Oughton assures Marketing there are no polar bears anywhere near the distillery, but sheds light on some of the more popular theories as to how Bundy R Bear found himself the face of Australia’s most famous rum. “The first of the rumours, and the most popular, is as a symbol that Bundaberg Rum would actually ward off the wickedest of winter chills, and that’s why he was brought onto the pack,” he says.
“There is also a nice little twist in the tale, that the Gaelic derivative of McMahon actually means ‘son of bear’, and Sam McMahon’s father’s favourite bear was the polar bear.”
Used in the brand’s advertising since the nineties, Bundy R Bear is currently being rested above the line but, “he has a busy social life on Facebook,” Oughton says.
Another key element to Bundaberg’s marketing mix over the years has been a focus not just on advertising itself, but also on innovative use of media and other marketing properties. Back in the sixties when Sam McMahon had the rights to the brand, he used events to promote his brand. McMahon was known to tour it around the country, bar by bar, introducing the rum himself to bartenders, a technique rare at the time. Bundaberg has since been a part of many sponsorship deals, particularly in sports, that have always been at the forefront of some strong narrative storytelling in campaigns.
The distillery plays an integral part in the community in which it is based and after which it is named, employing thousands of locals and being a key part of the economy of the south-eastern Queensland town. When the Queensland floods hit earlier this year, for the second time in as many years, homes and businesses in the town were devastated by the natural disaster.
Bundaberg Rum launched ‘The Watermark’ and ‘Road to Recovery’ campaigns in direct response to the disasters. The ‘Road to Recovery’ campaign in particular was concentrated in and around Bundaberg and the hugely devastated surrounding communities.
“Those two campaigns were something that leveraged the adoration and the fan base that Bundaberg has. It’s fortunate to have such a strong fan base across the country that, in times of need for both those releases, was able to help us contribute back into the community and help the Bundaberg community get back on its feet,” says Oughton.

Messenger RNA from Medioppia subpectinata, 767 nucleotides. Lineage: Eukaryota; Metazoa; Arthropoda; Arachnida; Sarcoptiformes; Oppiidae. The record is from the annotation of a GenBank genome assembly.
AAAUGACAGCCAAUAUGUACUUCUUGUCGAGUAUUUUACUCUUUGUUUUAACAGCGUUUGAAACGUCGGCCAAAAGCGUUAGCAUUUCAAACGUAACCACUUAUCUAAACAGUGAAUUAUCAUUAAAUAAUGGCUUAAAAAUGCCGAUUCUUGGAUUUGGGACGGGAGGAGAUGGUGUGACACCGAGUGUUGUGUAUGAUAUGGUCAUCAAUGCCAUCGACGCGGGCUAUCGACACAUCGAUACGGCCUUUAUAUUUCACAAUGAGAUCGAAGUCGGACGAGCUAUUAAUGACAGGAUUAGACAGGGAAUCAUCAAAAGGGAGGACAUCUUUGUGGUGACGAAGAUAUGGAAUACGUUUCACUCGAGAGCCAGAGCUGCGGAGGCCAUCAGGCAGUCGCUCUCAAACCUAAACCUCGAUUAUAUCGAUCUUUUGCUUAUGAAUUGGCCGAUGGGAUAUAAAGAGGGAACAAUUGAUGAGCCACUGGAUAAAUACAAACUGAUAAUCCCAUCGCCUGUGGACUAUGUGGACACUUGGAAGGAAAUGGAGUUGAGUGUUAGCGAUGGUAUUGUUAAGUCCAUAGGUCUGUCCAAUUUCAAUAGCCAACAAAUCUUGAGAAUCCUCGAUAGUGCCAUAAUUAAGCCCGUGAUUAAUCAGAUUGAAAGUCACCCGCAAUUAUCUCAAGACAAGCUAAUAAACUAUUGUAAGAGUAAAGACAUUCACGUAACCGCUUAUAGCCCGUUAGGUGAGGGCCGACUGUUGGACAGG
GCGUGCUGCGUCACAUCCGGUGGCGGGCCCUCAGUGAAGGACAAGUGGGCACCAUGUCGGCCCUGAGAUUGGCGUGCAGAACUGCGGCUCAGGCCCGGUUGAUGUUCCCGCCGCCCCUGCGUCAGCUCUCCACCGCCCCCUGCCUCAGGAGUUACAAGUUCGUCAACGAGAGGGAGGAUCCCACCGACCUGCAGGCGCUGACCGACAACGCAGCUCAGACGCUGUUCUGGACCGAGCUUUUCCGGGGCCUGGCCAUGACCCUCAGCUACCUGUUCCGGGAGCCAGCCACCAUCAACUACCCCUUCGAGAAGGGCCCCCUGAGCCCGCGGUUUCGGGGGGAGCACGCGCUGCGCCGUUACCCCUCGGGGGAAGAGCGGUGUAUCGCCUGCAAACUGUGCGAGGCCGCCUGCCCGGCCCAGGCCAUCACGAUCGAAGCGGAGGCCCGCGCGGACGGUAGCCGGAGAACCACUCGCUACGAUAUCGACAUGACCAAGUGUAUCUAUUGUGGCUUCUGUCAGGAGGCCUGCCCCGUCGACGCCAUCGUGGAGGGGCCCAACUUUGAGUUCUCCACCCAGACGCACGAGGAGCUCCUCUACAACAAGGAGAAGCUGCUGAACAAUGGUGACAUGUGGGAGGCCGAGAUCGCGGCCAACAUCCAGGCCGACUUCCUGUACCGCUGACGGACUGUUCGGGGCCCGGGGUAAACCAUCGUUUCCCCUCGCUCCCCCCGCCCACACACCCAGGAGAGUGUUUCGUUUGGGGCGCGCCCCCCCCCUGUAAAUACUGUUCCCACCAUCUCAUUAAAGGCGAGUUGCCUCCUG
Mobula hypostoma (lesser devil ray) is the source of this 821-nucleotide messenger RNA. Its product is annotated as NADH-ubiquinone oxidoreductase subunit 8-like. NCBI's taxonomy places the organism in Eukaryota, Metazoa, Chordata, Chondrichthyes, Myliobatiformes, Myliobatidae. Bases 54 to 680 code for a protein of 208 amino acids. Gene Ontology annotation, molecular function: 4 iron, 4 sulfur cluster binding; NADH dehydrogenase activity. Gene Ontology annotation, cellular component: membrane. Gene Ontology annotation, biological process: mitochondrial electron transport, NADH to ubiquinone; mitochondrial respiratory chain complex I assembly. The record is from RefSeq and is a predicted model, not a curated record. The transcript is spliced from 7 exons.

“We released limited edition bottles for both of those, and for the last one, ‘Road to Recovery’, we put a nationwide call out for Bundy fans to come to Bundaberg and have an event there to pick up the bottle, which was a limited edition exclusive only to the distillery. That meant that we were able to bring in thousands of people from around the country to start injecting money back into the local economy, which was the overall objective of that event,” Oughton says.
“We tried to fill the hotels and fill the restaurants and fill the cafés and get money back into the community so that they could help to rebuild and, at the same time, raise $250,000 to be able to donate back to the local charities as they helped build Bundaberg back.”
The ‘Road to Recovery’ campaign spanned Facebook, PR, traditional media, product innovation and a special event – the activity aiming to drive visitation back to Bundaberg and stimulate the local economy through tourism.
Leo Burnett worked pro bono on the creative, advertising and social media elements of the campaign and other agencies followed suit, with PR by One Green Bean, media by Ikon, event promotional staff provided by Traffik, printing by STI Group and packaging by Barker Gray.
125 years young
For any brand to be so successful at 125 years of age is nothing short of remarkable. “We’re very excited about it. These sort of milestones only come up once, and the 125th birthday is certainly a milestone that we are looking to make sure is etched into history for the brand.”
Oughton won’t give away every detail about the celebrations, but says it will be a chance to celebrate with Bundaberg’s loyal consumer base and fans for an entire year. Diageo will be re-releasing some of its old SKUs (stock keeping units) that are no longer on the shelves, old favourites that people can’t purchase, such as Distiller No 3, which is no longer in production.
It has also announced the oldest and most limited release Bundaberg has ever distributed as part of the birthday celebrations. “We’re releasing 1888 bottles of a liquid that has up to 35-year-old rum in it. It’s truly exquisite liquid that we’re hugely proud of,” Oughton says.
Packaged in a sliding timber case, the limited edition anniversary rum is described as, “The pinnacle of all that the Bundaberg Rum Company has achieved in its 125 years and celebrates the distillery’s long spanning history of expert craftsmanship, ingenious thinking, determination and collaboration.”
Bundaberg sourced the material for the rum from all over the world, as well as taking some of the materials from the distillery for the packaging. It will be released throughout Australia on the company’s birthday, 22 November. The brand will also be holding events on the day, as well as promotions in the lead-up to the milestone anniversary.
“We would love for all Australians to be aware that the brand has had such a rich and successful history, and to remind everybody why it’s one of those brands that is found in everyone’s hearts,” concludes Oughton.